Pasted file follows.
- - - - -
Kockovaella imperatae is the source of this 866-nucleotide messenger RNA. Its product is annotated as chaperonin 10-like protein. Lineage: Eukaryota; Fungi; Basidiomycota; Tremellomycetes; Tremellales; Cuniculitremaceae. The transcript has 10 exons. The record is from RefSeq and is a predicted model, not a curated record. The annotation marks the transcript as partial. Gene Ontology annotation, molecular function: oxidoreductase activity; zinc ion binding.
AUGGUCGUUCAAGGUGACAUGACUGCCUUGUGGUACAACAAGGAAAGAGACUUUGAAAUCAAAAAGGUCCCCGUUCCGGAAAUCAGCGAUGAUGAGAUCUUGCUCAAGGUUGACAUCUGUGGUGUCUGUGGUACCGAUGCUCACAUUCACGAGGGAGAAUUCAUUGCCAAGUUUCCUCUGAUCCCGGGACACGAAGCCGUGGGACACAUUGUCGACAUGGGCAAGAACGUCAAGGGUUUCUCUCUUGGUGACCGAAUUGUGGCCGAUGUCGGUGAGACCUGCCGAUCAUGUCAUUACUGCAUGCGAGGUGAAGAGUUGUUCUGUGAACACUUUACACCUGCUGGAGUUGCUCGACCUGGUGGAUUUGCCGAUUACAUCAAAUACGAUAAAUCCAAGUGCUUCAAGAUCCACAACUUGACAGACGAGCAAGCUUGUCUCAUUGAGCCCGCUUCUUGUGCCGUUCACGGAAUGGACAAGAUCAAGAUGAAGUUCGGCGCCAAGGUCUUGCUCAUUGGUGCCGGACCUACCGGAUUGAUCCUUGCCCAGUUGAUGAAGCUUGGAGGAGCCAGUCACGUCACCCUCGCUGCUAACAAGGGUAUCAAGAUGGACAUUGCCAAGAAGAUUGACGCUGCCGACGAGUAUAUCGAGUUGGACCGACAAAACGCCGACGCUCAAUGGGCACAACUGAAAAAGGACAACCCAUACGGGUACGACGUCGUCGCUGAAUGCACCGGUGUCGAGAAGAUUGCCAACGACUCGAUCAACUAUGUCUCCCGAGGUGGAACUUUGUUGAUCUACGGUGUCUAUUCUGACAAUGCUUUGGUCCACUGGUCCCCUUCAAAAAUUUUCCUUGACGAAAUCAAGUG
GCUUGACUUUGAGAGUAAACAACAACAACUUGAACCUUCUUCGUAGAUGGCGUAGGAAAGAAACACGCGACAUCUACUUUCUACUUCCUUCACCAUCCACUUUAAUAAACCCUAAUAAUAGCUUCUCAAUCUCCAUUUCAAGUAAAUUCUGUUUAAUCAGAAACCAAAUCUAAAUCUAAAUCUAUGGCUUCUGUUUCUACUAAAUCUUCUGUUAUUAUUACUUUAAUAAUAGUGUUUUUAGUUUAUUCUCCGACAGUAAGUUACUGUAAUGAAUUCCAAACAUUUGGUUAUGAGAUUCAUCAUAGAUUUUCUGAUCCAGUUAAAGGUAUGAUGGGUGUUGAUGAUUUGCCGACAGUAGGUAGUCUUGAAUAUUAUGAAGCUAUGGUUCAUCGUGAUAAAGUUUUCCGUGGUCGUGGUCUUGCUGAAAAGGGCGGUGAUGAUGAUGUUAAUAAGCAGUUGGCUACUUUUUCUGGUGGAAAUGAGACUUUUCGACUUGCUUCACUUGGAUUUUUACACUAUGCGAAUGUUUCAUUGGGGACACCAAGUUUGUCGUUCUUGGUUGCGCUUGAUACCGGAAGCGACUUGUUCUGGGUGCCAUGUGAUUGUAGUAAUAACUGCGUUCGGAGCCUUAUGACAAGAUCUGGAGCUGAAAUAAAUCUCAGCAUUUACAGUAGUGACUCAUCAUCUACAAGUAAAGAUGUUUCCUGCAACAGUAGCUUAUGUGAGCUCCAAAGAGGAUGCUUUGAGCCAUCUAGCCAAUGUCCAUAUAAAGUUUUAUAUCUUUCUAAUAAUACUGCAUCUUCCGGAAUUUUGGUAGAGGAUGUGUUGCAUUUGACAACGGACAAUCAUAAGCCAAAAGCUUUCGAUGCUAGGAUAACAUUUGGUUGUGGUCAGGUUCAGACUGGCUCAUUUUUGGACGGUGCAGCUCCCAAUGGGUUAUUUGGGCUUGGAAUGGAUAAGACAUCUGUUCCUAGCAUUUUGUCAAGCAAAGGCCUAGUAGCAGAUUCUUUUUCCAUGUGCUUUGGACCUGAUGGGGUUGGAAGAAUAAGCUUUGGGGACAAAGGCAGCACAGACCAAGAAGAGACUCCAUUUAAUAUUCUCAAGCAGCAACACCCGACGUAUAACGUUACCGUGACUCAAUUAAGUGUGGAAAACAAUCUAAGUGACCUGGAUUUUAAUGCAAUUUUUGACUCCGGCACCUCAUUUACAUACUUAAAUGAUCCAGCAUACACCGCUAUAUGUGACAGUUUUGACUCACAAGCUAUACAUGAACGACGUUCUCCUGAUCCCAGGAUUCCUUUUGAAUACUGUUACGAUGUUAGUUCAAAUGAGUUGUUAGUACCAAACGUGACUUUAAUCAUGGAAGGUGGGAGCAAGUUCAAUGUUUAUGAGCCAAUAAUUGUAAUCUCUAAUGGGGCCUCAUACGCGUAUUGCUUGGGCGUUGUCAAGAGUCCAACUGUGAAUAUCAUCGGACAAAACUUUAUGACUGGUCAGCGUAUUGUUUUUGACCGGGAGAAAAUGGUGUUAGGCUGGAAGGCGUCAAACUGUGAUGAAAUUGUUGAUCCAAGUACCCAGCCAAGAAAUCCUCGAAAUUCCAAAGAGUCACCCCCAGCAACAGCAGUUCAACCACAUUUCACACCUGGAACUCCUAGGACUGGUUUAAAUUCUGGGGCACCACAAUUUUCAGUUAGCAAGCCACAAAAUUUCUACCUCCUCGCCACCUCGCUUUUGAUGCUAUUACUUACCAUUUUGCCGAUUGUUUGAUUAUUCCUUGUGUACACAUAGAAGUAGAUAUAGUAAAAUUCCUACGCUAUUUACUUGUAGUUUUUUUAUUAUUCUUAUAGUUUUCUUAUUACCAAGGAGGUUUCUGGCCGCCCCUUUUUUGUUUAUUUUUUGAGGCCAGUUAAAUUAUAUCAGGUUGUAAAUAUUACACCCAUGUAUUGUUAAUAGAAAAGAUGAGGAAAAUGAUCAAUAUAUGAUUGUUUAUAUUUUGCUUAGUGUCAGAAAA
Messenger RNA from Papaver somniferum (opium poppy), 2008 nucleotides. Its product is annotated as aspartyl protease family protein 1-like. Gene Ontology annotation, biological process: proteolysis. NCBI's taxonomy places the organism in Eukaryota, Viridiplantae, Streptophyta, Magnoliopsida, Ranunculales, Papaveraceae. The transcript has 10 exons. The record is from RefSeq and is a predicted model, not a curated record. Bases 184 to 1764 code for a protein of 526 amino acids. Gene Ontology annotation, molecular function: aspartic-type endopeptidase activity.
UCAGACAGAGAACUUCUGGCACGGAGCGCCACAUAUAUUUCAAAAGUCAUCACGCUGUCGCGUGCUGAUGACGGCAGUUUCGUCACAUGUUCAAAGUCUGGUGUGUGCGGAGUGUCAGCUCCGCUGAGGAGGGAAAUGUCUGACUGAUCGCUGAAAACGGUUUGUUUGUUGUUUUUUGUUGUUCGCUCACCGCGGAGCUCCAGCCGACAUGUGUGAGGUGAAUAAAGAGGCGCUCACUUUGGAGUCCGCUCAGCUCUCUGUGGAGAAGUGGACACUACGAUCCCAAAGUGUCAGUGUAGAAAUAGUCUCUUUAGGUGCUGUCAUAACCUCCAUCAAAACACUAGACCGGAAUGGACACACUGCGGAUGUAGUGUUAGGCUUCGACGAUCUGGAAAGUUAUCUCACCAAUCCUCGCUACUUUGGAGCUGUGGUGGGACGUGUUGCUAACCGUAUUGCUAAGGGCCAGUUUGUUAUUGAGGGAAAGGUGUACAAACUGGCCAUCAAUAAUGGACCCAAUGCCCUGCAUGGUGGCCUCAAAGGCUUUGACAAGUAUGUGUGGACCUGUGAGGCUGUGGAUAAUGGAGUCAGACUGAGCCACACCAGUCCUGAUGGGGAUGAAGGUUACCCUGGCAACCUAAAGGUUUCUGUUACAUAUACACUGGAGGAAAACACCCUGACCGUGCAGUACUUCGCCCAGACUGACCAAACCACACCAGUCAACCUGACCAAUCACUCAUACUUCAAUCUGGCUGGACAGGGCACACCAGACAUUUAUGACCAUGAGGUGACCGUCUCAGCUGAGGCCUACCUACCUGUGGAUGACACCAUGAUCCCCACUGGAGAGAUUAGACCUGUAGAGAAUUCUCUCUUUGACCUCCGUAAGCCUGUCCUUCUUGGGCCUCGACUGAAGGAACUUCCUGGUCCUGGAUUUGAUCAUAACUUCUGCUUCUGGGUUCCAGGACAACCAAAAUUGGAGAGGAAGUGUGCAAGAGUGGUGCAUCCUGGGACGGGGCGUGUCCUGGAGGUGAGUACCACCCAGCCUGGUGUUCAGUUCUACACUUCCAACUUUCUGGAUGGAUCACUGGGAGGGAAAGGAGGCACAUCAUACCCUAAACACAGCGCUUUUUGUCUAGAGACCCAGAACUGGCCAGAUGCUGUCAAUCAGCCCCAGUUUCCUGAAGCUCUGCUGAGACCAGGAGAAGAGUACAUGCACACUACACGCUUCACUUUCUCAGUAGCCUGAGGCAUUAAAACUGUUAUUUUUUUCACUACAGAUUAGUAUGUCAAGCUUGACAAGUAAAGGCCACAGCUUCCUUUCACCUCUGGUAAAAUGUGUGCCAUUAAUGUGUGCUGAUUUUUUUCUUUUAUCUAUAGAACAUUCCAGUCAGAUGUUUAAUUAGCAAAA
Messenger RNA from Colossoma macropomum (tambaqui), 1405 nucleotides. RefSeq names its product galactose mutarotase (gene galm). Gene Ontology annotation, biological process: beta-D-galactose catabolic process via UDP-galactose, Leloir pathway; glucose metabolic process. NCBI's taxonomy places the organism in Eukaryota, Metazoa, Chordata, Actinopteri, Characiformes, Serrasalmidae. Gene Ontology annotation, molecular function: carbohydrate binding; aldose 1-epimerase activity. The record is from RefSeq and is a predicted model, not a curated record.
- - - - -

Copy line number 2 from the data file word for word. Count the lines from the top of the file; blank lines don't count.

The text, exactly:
AUGGUCGUUCAAGGUGACAUGACUGCCUUGUGGUACAACAAGGAAAGAGACUUUGAAAUCAAAAAGGUCCCCGUUCCGGAAAUCAGCGAUGAUGAGAUCUUGCUCAAGGUUGACAUCUGUGGUGUCUGUGGUACCGAUGCUCACAUUCACGAGGGAGAAUUCAUUGCCAAGUUUCCUCUGAUCCCGGGACACGAAGCCGUGGGACACAUUGUCGACAUGGGCAAGAACGUCAAGGGUUUCUCUCUUGGUGACCGAAUUGUGGCCGAUGUCGGUGAGACCUGCCGAUCAUGUCAUUACUGCAUGCGAGGUGAAGAGUUGUUCUGUGAACACUUUACACCUGCUGGAGUUGCUCGACCUGGUGGAUUUGCCGAUUACAUCAAAUACGAUAAAUCCAAGUGCUUCAAGAUCCACAACUUGACAGACGAGCAAGCUUGUCUCAUUGAGCCCGCUUCUUGUGCCGUUCACGGAAUGGACAAGAUCAAGAUGAAGUUCGGCGCCAAGGUCUUGCUCAUUGGUGCCGGACCUACCGGAUUGAUCCUUGCCCAGUUGAUGAAGCUUGGAGGAGCCAGUCACGUCACCCUCGCUGCUAACAAGGGUAUCAAGAUGGACAUUGCCAAGAAGAUUGACGCUGCCGACGAGUAUAUCGAGUUGGACCGACAAAACGCCGACGCUCAAUGGGCACAACUGAAAAAGGACAACCCAUACGGGUACGACGUCGUCGCUGAAUGCACCGGUGUCGAGAAGAUUGCCAACGACUCGAUCAACUAUGUCUCCCGAGGUGGAACUUUGUUGAUCUACGGUGUCUAUUCUGACAAUGCUUUGGUCCACUGGUCCCCUUCAAAAAUUUUCCUUGACGAAAUCAAGUG